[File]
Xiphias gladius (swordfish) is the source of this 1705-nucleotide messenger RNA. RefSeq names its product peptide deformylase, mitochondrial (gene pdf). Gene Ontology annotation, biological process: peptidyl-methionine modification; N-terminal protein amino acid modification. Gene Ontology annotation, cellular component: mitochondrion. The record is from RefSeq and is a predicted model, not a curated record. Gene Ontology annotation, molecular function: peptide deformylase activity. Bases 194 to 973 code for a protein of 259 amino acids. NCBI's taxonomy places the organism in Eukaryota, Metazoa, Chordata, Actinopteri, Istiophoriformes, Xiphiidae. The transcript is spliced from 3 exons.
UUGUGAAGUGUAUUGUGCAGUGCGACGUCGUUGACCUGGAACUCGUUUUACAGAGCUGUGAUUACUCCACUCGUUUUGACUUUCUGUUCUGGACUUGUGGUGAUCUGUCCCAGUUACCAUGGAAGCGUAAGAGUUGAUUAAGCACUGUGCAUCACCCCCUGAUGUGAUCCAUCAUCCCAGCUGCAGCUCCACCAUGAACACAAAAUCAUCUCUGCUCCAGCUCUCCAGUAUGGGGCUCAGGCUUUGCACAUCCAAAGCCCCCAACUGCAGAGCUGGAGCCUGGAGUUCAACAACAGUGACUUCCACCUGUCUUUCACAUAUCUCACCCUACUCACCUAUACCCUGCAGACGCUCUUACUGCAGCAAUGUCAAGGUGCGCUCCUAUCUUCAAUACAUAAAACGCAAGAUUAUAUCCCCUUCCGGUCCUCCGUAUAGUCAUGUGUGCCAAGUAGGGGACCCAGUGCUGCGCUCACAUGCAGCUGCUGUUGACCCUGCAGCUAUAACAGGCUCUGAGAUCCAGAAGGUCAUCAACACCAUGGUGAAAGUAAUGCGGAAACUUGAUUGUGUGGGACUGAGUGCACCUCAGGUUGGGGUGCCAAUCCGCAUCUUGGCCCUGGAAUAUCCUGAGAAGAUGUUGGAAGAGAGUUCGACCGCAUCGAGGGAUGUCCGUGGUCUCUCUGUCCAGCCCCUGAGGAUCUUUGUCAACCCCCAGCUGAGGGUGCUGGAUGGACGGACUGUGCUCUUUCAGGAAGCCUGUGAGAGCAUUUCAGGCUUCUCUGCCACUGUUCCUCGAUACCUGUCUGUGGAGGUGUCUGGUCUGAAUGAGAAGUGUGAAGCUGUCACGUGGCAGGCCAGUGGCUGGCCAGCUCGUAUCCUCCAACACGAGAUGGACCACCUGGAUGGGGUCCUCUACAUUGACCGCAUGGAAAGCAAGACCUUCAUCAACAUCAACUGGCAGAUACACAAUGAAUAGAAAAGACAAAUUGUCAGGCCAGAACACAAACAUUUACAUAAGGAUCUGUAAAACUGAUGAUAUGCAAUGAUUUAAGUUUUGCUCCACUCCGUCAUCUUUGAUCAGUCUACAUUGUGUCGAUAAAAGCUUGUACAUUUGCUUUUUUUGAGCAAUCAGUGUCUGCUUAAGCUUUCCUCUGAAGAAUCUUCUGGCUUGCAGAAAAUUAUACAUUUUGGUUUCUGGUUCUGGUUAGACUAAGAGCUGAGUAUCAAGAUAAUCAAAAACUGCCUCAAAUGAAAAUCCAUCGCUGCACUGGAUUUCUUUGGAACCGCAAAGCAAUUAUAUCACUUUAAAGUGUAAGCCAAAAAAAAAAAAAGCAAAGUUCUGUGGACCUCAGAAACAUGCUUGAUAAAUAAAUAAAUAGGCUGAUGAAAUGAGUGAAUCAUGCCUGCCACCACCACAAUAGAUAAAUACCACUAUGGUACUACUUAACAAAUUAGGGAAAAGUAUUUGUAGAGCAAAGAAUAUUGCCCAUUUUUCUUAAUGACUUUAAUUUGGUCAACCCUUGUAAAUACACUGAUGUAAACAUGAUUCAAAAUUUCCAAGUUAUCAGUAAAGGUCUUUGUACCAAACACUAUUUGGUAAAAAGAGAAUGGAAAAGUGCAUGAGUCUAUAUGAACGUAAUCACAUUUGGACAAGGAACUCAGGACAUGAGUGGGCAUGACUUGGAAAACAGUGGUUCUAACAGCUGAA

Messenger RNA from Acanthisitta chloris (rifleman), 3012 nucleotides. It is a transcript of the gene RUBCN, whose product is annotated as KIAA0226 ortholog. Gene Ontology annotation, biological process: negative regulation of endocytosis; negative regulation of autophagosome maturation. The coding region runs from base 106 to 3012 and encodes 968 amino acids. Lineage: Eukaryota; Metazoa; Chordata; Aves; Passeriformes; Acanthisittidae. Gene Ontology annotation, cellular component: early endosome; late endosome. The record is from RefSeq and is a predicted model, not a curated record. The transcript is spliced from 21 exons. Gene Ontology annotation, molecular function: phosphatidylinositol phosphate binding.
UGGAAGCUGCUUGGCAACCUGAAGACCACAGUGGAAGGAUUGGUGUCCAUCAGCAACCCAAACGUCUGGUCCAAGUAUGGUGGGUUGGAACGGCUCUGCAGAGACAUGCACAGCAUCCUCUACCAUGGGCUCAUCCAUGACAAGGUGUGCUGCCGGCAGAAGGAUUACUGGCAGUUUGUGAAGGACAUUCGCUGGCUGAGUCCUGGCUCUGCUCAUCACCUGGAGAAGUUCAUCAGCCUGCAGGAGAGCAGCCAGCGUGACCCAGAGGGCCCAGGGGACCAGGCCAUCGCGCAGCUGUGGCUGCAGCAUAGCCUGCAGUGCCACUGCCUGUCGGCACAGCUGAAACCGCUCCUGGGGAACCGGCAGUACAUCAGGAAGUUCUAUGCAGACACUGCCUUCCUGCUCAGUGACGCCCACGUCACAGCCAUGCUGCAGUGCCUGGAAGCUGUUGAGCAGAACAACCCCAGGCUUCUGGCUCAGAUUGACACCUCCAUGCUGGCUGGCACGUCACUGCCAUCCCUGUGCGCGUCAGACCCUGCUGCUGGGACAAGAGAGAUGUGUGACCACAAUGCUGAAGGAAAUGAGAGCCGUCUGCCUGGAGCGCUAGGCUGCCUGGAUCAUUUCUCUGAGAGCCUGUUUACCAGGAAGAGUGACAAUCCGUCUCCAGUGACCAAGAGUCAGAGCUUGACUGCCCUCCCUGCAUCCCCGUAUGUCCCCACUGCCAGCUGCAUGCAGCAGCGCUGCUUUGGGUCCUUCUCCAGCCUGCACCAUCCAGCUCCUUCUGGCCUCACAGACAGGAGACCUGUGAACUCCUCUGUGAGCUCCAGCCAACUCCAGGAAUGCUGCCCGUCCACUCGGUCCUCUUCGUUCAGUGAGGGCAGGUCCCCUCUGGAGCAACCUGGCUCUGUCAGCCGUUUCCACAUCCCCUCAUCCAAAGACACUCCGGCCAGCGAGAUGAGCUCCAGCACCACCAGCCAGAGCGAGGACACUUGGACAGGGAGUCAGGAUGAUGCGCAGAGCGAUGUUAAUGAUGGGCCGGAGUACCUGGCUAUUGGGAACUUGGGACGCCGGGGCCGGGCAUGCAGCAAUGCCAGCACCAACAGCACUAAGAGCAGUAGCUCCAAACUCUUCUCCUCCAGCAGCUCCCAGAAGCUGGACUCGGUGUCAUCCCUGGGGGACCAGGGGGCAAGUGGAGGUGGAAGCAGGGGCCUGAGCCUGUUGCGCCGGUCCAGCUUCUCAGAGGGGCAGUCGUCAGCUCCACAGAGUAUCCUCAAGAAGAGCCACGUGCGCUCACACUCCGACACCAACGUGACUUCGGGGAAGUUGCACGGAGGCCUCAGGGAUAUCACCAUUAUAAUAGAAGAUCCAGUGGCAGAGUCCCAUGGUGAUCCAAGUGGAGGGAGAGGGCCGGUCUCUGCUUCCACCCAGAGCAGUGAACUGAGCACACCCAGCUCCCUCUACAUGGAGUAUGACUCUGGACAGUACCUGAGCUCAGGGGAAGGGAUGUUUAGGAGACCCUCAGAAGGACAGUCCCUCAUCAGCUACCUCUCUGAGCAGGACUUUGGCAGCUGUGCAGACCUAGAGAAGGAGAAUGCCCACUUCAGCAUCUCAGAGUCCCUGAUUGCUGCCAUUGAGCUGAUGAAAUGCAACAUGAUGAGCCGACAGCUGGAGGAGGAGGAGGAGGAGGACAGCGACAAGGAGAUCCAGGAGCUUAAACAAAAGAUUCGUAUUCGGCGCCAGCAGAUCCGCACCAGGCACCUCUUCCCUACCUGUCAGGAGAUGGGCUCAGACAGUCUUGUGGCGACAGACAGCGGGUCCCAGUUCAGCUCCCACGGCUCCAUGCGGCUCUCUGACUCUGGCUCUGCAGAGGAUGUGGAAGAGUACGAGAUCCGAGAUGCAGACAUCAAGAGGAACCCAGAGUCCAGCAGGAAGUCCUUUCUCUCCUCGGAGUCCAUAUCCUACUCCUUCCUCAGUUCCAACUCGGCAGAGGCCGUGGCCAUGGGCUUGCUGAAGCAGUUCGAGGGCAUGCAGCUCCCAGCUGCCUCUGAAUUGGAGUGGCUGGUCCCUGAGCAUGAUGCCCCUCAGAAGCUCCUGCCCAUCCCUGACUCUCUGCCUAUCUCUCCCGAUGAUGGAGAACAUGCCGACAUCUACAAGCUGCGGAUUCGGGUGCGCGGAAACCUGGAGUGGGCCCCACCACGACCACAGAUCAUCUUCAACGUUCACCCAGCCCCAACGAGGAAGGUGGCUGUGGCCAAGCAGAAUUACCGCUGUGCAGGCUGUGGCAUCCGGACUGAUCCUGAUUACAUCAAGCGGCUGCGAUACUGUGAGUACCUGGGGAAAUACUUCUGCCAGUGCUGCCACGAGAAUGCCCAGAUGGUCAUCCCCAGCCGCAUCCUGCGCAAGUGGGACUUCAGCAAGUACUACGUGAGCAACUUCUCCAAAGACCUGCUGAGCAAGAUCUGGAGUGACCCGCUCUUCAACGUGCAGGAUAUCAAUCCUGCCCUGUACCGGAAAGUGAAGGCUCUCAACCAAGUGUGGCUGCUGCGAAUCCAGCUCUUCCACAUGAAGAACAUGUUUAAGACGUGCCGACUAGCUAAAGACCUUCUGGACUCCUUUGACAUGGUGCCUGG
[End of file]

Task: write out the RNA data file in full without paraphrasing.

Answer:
Xiphias gladius (swordfish) is the source of this 1705-nucleotide messenger RNA. RefSeq names its product peptide deformylase, mitochondrial (gene pdf). Gene Ontology annotation, biological process: peptidyl-methionine modification; N-terminal protein amino acid modification. Gene Ontology annotation, cellular component: mitochondrion. The record is from RefSeq and is a predicted model, not a curated record. Gene Ontology annotation, molecular function: peptide deformylase activity. Bases 194 to 973 code for a protein of 259 amino acids. NCBI's taxonomy places the organism in Eukaryota, Metazoa, Chordata, Actinopteri, Istiophoriformes, Xiphiidae. The transcript is spliced from 3 exons.
UUGUGAAGUGUAUUGUGCAGUGCGACGUCGUUGACCUGGAACUCGUUUUACAGAGCUGUGAUUACUCCACUCGUUUUGACUUUCUGUUCUGGACUUGUGGUGAUCUGUCCCAGUUACCAUGGAAGCGUAAGAGUUGAUUAAGCACUGUGCAUCACCCCCUGAUGUGAUCCAUCAUCCCAGCUGCAGCUCCACCAUGAACACAAAAUCAUCUCUGCUCCAGCUCUCCAGUAUGGGGCUCAGGCUUUGCACAUCCAAAGCCCCCAACUGCAGAGCUGGAGCCUGGAGUUCAACAACAGUGACUUCCACCUGUCUUUCACAUAUCUCACCCUACUCACCUAUACCCUGCAGACGCUCUUACUGCAGCAAUGUCAAGGUGCGCUCCUAUCUUCAAUACAUAAAACGCAAGAUUAUAUCCCCUUCCGGUCCUCCGUAUAGUCAUGUGUGCCAAGUAGGGGACCCAGUGCUGCGCUCACAUGCAGCUGCUGUUGACCCUGCAGCUAUAACAGGCUCUGAGAUCCAGAAGGUCAUCAACACCAUGGUGAAAGUAAUGCGGAAACUUGAUUGUGUGGGACUGAGUGCACCUCAGGUUGGGGUGCCAAUCCGCAUCUUGGCCCUGGAAUAUCCUGAGAAGAUGUUGGAAGAGAGUUCGACCGCAUCGAGGGAUGUCCGUGGUCUCUCUGUCCAGCCCCUGAGGAUCUUUGUCAACCCCCAGCUGAGGGUGCUGGAUGGACGGACUGUGCUCUUUCAGGAAGCCUGUGAGAGCAUUUCAGGCUUCUCUGCCACUGUUCCUCGAUACCUGUCUGUGGAGGUGUCUGGUCUGAAUGAGAAGUGUGAAGCUGUCACGUGGCAGGCCAGUGGCUGGCCAGCUCGUAUCCUCCAACACGAGAUGGACCACCUGGAUGGGGUCCUCUACAUUGACCGCAUGGAAAGCAAGACCUUCAUCAACAUCAACUGGCAGAUACACAAUGAAUAGAAAAGACAAAUUGUCAGGCCAGAACACAAACAUUUACAUAAGGAUCUGUAAAACUGAUGAUAUGCAAUGAUUUAAGUUUUGCUCCACUCCGUCAUCUUUGAUCAGUCUACAUUGUGUCGAUAAAAGCUUGUACAUUUGCUUUUUUUGAGCAAUCAGUGUCUGCUUAAGCUUUCCUCUGAAGAAUCUUCUGGCUUGCAGAAAAUUAUACAUUUUGGUUUCUGGUUCUGGUUAGACUAAGAGCUGAGUAUCAAGAUAAUCAAAAACUGCCUCAAAUGAAAAUCCAUCGCUGCACUGGAUUUCUUUGGAACCGCAAAGCAAUUAUAUCACUUUAAAGUGUAAGCCAAAAAAAAAAAAAGCAAAGUUCUGUGGACCUCAGAAACAUGCUUGAUAAAUAAAUAAAUAGGCUGAUGAAAUGAGUGAAUCAUGCCUGCCACCACCACAAUAGAUAAAUACCACUAUGGUACUACUUAACAAAUUAGGGAAAAGUAUUUGUAGAGCAAAGAAUAUUGCCCAUUUUUCUUAAUGACUUUAAUUUGGUCAACCCUUGUAAAUACACUGAUGUAAACAUGAUUCAAAAUUUCCAAGUUAUCAGUAAAGGUCUUUGUACCAAACACUAUUUGGUAAAAAGAGAAUGGAAAAGUGCAUGAGUCUAUAUGAACGUAAUCACAUUUGGACAAGGAACUCAGGACAUGAGUGGGCAUGACUUGGAAAACAGUGGUUCUAACAGCUGAA

Messenger RNA from Acanthisitta chloris (rifleman), 3012 nucleotides. It is a transcript of the gene RUBCN, whose product is annotated as KIAA0226 ortholog. Gene Ontology annotation, biological process: negative regulation of endocytosis; negative regulation of autophagosome maturation. The coding region runs from base 106 to 3012 and encodes 968 amino acids. Lineage: Eukaryota; Metazoa; Chordata; Aves; Passeriformes; Acanthisittidae. Gene Ontology annotation, cellular component: early endosome; late endosome. The record is from RefSeq and is a predicted model, not a curated record. The transcript is spliced from 21 exons. Gene Ontology annotation, molecular function: phosphatidylinositol phosphate binding.
UGGAAGCUGCUUGGCAACCUGAAGACCACAGUGGAAGGAUUGGUGUCCAUCAGCAACCCAAACGUCUGGUCCAAGUAUGGUGGGUUGGAACGGCUCUGCAGAGACAUGCACAGCAUCCUCUACCAUGGGCUCAUCCAUGACAAGGUGUGCUGCCGGCAGAAGGAUUACUGGCAGUUUGUGAAGGACAUUCGCUGGCUGAGUCCUGGCUCUGCUCAUCACCUGGAGAAGUUCAUCAGCCUGCAGGAGAGCAGCCAGCGUGACCCAGAGGGCCCAGGGGACCAGGCCAUCGCGCAGCUGUGGCUGCAGCAUAGCCUGCAGUGCCACUGCCUGUCGGCACAGCUGAAACCGCUCCUGGGGAACCGGCAGUACAUCAGGAAGUUCUAUGCAGACACUGCCUUCCUGCUCAGUGACGCCCACGUCACAGCCAUGCUGCAGUGCCUGGAAGCUGUUGAGCAGAACAACCCCAGGCUUCUGGCUCAGAUUGACACCUCCAUGCUGGCUGGCACGUCACUGCCAUCCCUGUGCGCGUCAGACCCUGCUGCUGGGACAAGAGAGAUGUGUGACCACAAUGCUGAAGGAAAUGAGAGCCGUCUGCCUGGAGCGCUAGGCUGCCUGGAUCAUUUCUCUGAGAGCCUGUUUACCAGGAAGAGUGACAAUCCGUCUCCAGUGACCAAGAGUCAGAGCUUGACUGCCCUCCCUGCAUCCCCGUAUGUCCCCACUGCCAGCUGCAUGCAGCAGCGCUGCUUUGGGUCCUUCUCCAGCCUGCACCAUCCAGCUCCUUCUGGCCUCACAGACAGGAGACCUGUGAACUCCUCUGUGAGCUCCAGCCAACUCCAGGAAUGCUGCCCGUCCACUCGGUCCUCUUCGUUCAGUGAGGGCAGGUCCCCUCUGGAGCAACCUGGCUCUGUCAGCCGUUUCCACAUCCCCUCAUCCAAAGACACUCCGGCCAGCGAGAUGAGCUCCAGCACCACCAGCCAGAGCGAGGACACUUGGACAGGGAGUCAGGAUGAUGCGCAGAGCGAUGUUAAUGAUGGGCCGGAGUACCUGGCUAUUGGGAACUUGGGACGCCGGGGCCGGGCAUGCAGCAAUGCCAGCACCAACAGCACUAAGAGCAGUAGCUCCAAACUCUUCUCCUCCAGCAGCUCCCAGAAGCUGGACUCGGUGUCAUCCCUGGGGGACCAGGGGGCAAGUGGAGGUGGAAGCAGGGGCCUGAGCCUGUUGCGCCGGUCCAGCUUCUCAGAGGGGCAGUCGUCAGCUCCACAGAGUAUCCUCAAGAAGAGCCACGUGCGCUCACACUCCGACACCAACGUGACUUCGGGGAAGUUGCACGGAGGCCUCAGGGAUAUCACCAUUAUAAUAGAAGAUCCAGUGGCAGAGUCCCAUGGUGAUCCAAGUGGAGGGAGAGGGCCGGUCUCUGCUUCCACCCAGAGCAGUGAACUGAGCACACCCAGCUCCCUCUACAUGGAGUAUGACUCUGGACAGUACCUGAGCUCAGGGGAAGGGAUGUUUAGGAGACCCUCAGAAGGACAGUCCCUCAUCAGCUACCUCUCUGAGCAGGACUUUGGCAGCUGUGCAGACCUAGAGAAGGAGAAUGCCCACUUCAGCAUCUCAGAGUCCCUGAUUGCUGCCAUUGAGCUGAUGAAAUGCAACAUGAUGAGCCGACAGCUGGAGGAGGAGGAGGAGGAGGACAGCGACAAGGAGAUCCAGGAGCUUAAACAAAAGAUUCGUAUUCGGCGCCAGCAGAUCCGCACCAGGCACCUCUUCCCUACCUGUCAGGAGAUGGGCUCAGACAGUCUUGUGGCGACAGACAGCGGGUCCCAGUUCAGCUCCCACGGCUCCAUGCGGCUCUCUGACUCUGGCUCUGCAGAGGAUGUGGAAGAGUACGAGAUCCGAGAUGCAGACAUCAAGAGGAACCCAGAGUCCAGCAGGAAGUCCUUUCUCUCCUCGGAGUCCAUAUCCUACUCCUUCCUCAGUUCCAACUCGGCAGAGGCCGUGGCCAUGGGCUUGCUGAAGCAGUUCGAGGGCAUGCAGCUCCCAGCUGCCUCUGAAUUGGAGUGGCUGGUCCCUGAGCAUGAUGCCCCUCAGAAGCUCCUGCCCAUCCCUGACUCUCUGCCUAUCUCUCCCGAUGAUGGAGAACAUGCCGACAUCUACAAGCUGCGGAUUCGGGUGCGCGGAAACCUGGAGUGGGCCCCACCACGACCACAGAUCAUCUUCAACGUUCACCCAGCCCCAACGAGGAAGGUGGCUGUGGCCAAGCAGAAUUACCGCUGUGCAGGCUGUGGCAUCCGGACUGAUCCUGAUUACAUCAAGCGGCUGCGAUACUGUGAGUACCUGGGGAAAUACUUCUGCCAGUGCUGCCACGAGAAUGCCCAGAUGGUCAUCCCCAGCCGCAUCCUGCGCAAGUGGGACUUCAGCAAGUACUACGUGAGCAACUUCUCCAAAGACCUGCUGAGCAAGAUCUGGAGUGACCCGCUCUUCAACGUGCAGGAUAUCAAUCCUGCCCUGUACCGGAAAGUGAAGGCUCUCAACCAAGUGUGGCUGCUGCGAAUCCAGCUCUUCCACAUGAAGAACAUGUUUAAGACGUGCCGACUAGCUAAAGACCUUCUGGACUCCUUUGACAUGGUGCCUGG